Rearranging Dna Sequences
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13.0 years ago
Jess ▴ 10

I'm having trouble rearranging a DNA sequence. I need to rearrange randomly a given DNA sequence so the G/C content remains the same and so does the A/T content and therefore the length. I can generate random sequences but I cannot rearrange a given sequence randomly.

Any help would be great thanks.

python dna perl r • 7.5k views
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homework ?.....

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Sounds like . . .

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8
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13.0 years ago

shuffleseq from EMBOSS shuffles a set of sequences maintaining composition.

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One can even use web-based shuffleseq

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I second the use of shuffleseq.

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13.0 years ago
brentp 24k

here's a function in python that "mutates" the original sequence, maintaining gc, at content.

import random

def seq_shuffler(original_seq="ACCAACXTGGGGTTTCCGGGGCCCCC"):
original_seq = list(original_seq)
while True:
random.shuffle(original_seq)
yield "".join(original_seq)

random_seq_gen = seq_shuffler()
print random_seq_gen.next()
print random_seq_gen.next()
print random_seq_gen.next()
print random_seq_gen.next()

# or loop.
for k in random_seq_gen:
print k

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Nice example. I haven't really done much with Python yet, but the various examples I've seen on this site have convinced me to take a look at it. For the things I don't do with R I tend to use Perl.

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uShuffle can produce a Perl module, and a Python too. I generally add it to my bioperl/biopython stuff. And it is time and memory efficient.

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13.0 years ago
Ian Simpson ▴ 960

OK I got a bit obsessed with doing this in R because I thought you could do it in one line, which you can !! (not including the input that is)

#input string of choice
a <- 'agcactacgactacgacagcata';

#shuffle it
paste(sample(unlist(strsplit(a,split=''))),collapse='');


and to do this 100 times and print out the answer:-

for(i in 1:100){
print(paste(sample(unlist(strsplit(a,split=''))),collapse=''),q=F);
}

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not bad! though that's a large value of 1. ;) the python version could also be "1" line.

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five concatenated functions that's what R lives on !!! ;)

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13.0 years ago
Rob Syme ▴ 540

While the EMBOSS solution is probably the best, if it needs to be incorporated into a script, the Bioruby library gives you the very convenient 'randomize' method:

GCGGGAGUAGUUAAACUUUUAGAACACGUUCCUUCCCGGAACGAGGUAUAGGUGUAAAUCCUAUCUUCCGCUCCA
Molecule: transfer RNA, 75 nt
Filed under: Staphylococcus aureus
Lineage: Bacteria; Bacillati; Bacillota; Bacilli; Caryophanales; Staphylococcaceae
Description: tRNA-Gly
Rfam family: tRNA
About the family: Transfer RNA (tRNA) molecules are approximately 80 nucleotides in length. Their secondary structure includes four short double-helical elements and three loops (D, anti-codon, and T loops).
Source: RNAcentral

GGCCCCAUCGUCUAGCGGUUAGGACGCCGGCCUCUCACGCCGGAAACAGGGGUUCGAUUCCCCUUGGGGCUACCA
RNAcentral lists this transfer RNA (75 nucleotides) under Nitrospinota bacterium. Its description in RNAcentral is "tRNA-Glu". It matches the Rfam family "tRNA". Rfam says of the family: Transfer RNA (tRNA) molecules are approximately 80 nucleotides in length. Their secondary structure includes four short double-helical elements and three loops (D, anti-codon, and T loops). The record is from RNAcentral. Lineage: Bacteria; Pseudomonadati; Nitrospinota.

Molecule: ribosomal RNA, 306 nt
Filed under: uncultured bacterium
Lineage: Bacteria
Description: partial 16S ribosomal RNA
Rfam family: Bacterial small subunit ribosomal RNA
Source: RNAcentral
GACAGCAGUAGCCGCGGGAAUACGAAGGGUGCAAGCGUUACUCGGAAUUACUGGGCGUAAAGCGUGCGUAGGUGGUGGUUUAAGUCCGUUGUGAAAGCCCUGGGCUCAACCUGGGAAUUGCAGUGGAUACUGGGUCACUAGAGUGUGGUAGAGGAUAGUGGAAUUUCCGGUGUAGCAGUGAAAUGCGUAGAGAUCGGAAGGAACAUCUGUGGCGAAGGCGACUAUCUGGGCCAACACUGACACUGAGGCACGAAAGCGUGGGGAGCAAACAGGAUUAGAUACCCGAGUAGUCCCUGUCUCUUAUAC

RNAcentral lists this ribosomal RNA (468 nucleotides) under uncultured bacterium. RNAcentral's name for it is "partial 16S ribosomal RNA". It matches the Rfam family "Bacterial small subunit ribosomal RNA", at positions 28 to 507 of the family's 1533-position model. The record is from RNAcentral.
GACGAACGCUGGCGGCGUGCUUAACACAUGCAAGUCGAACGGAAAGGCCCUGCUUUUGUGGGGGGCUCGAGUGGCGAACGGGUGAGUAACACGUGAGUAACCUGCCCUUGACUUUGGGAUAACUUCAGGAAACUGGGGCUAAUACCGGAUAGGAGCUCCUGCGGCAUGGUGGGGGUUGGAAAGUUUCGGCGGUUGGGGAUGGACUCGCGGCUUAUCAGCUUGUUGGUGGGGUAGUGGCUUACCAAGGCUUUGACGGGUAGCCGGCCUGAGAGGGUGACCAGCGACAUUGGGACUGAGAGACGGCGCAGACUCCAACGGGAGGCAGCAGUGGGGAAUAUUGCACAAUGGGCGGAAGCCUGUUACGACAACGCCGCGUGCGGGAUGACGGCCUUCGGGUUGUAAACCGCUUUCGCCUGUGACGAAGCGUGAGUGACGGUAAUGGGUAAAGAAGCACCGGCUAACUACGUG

require 'bio'
s = Bio::Sequence::NA.new("ACCAACXTGGGGTTTCCGGGGCCCCC")
s.randomize         # ==> "tagccggcctxgatcactgcgcgccg"

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13.0 years ago

What language are you using? Here's something in Ruby:

class Array
#fisher-yates/knuth shuffle
def shuffle!
n = length
for i in 0...n
r = Kernel.rand(n-i)+i
self[r], self[i] = self[i], self[r]
end
self
end

# Return a shuffled copy of the array
def shuffle
dup.shuffle!
end
end

string = "AAATTTGGGCCC"
string.split(//).shuffle.join("")

> "AACGCTTTCAGG"


As always, there may be a more concise way to do this, but this will get the job done.

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I think the EMBOSS shuffleseq is the better solution, but if you really want to use ruby, the bioruby library gives you a convenient 'randomize' method:

require 'bio'
s = Bio::Sequence::NA.new("ACCAACXTGGGGTTTCCGGGGCCCCC")
s.randomize    #=> "tagccggcctxgatcactgcgcgccg"

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13.0 years ago

Hi Jess,

You can use Sean Eddy's Squid lib from Sean Eddy to do this. It's will generate a set of command-line application able to shuffle you sequence in several ways. Additionally, you can use uShuffle which will do a similar job. Both can shuffle preserving the base counts and preserving n-base (dibase, tribase, etc.) counts too.

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12.5 years ago

also in perl without modules

my $seq = "AAAAAGTATACAACATCA"; #input seq my @seqarray = split(//,$seq); #put seq in array
my @randarray = sort {rand() <=> rand()} @seqarray; #suffle indexes
my $outseq = join("",@randarray); #join shuffled sequence print "$outseq\n"; #output


note that the perl sort function compares 2 numbers by <=> and returns -1, 0 or 1 depending which one is larger. if you sort by rand()<=>rand() then the sorting is random.

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13.0 years ago
Ian Simpson ▴ 960

If you fancy doing it in Perl there are three different ways you can try listed here

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12.5 years ago

There are a whole set of web-based tools available for this at http://www.bioinformatics.org/sms2/ This would be fine for the one-off or small set of sequences or for one who does not run perl or have access to tools found at a large institution. Nonetheless, the code examples above are also a way to learn...